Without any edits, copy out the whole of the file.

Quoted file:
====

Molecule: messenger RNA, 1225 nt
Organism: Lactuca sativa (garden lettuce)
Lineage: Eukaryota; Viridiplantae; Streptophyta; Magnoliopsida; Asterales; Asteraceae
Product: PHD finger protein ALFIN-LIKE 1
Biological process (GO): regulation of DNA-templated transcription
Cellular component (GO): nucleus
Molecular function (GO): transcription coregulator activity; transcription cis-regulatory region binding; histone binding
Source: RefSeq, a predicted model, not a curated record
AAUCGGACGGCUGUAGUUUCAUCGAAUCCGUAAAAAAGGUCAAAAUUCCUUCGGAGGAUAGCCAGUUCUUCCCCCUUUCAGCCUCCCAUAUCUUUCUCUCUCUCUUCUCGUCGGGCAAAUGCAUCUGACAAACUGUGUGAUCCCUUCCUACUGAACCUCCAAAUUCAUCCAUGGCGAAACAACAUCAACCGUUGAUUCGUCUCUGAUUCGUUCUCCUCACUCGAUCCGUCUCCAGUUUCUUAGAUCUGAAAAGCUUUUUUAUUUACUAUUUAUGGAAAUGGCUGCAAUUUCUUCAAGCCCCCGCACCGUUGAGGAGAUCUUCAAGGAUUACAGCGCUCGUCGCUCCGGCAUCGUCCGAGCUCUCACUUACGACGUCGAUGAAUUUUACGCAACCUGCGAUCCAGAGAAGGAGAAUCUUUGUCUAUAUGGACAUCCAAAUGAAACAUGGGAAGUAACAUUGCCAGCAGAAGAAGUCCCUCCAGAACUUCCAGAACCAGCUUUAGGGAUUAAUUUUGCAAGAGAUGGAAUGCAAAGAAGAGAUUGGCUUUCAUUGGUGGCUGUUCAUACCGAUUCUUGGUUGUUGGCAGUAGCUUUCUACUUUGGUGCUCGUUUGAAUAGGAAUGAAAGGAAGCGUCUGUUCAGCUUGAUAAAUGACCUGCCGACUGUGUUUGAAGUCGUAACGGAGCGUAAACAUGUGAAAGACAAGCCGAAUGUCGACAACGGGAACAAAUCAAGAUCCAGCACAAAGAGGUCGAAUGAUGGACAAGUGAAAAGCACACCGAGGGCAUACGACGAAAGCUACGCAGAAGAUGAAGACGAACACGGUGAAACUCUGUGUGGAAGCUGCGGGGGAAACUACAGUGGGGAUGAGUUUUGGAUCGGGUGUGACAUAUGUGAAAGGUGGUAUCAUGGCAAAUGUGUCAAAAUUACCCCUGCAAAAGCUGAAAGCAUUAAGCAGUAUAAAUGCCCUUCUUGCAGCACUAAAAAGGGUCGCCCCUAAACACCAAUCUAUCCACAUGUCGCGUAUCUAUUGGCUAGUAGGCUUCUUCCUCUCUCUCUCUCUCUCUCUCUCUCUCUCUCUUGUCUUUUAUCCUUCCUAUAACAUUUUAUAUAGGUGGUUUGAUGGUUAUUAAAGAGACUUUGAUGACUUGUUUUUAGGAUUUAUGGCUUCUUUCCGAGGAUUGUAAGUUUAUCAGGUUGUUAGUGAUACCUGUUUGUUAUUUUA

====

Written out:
Molecule: messenger RNA, 1225 nt
Organism: Lactuca sativa (garden lettuce)
Lineage: Eukaryota; Viridiplantae; Streptophyta; Magnoliopsida; Asterales; Asteraceae
Product: PHD finger protein ALFIN-LIKE 1
Biological process (GO): regulation of DNA-templated transcription
Cellular component (GO): nucleus
Molecular function (GO): transcription coregulator activity; transcription cis-regulatory region binding; histone binding
Source: RefSeq, a predicted model, not a curated record
AAUCGGACGGCUGUAGUUUCAUCGAAUCCGUAAAAAAGGUCAAAAUUCCUUCGGAGGAUAGCCAGUUCUUCCCCCUUUCAGCCUCCCAUAUCUUUCUCUCUCUCUUCUCGUCGGGCAAAUGCAUCUGACAAACUGUGUGAUCCCUUCCUACUGAACCUCCAAAUUCAUCCAUGGCGAAACAACAUCAACCGUUGAUUCGUCUCUGAUUCGUUCUCCUCACUCGAUCCGUCUCCAGUUUCUUAGAUCUGAAAAGCUUUUUUAUUUACUAUUUAUGGAAAUGGCUGCAAUUUCUUCAAGCCCCCGCACCGUUGAGGAGAUCUUCAAGGAUUACAGCGCUCGUCGCUCCGGCAUCGUCCGAGCUCUCACUUACGACGUCGAUGAAUUUUACGCAACCUGCGAUCCAGAGAAGGAGAAUCUUUGUCUAUAUGGACAUCCAAAUGAAACAUGGGAAGUAACAUUGCCAGCAGAAGAAGUCCCUCCAGAACUUCCAGAACCAGCUUUAGGGAUUAAUUUUGCAAGAGAUGGAAUGCAAAGAAGAGAUUGGCUUUCAUUGGUGGCUGUUCAUACCGAUUCUUGGUUGUUGGCAGUAGCUUUCUACUUUGGUGCUCGUUUGAAUAGGAAUGAAAGGAAGCGUCUGUUCAGCUUGAUAAAUGACCUGCCGACUGUGUUUGAAGUCGUAACGGAGCGUAAACAUGUGAAAGACAAGCCGAAUGUCGACAACGGGAACAAAUCAAGAUCCAGCACAAAGAGGUCGAAUGAUGGACAAGUGAAAAGCACACCGAGGGCAUACGACGAAAGCUACGCAGAAGAUGAAGACGAACACGGUGAAACUCUGUGUGGAAGCUGCGGGGGAAACUACAGUGGGGAUGAGUUUUGGAUCGGGUGUGACAUAUGUGAAAGGUGGUAUCAUGGCAAAUGUGUCAAAAUUACCCCUGCAAAAGCUGAAAGCAUUAAGCAGUAUAAAUGCCCUUCUUGCAGCACUAAAAAGGGUCGCCCCUAAACACCAAUCUAUCCACAUGUCGCGUAUCUAUUGGCUAGUAGGCUUCUUCCUCUCUCUCUCUCUCUCUCUCUCUCUCUCUCUUGUCUUUUAUCCUUCCUAUAACAUUUUAUAUAGGUGGUUUGAUGGUUAUUAAAGAGACUUUGAUGACUUGUUUUUAGGAUUUAUGGCUUCUUUCCGAGGAUUGUAAGUUUAUCAGGUUGUUAGUGAUACCUGUUUGUUAUUUUA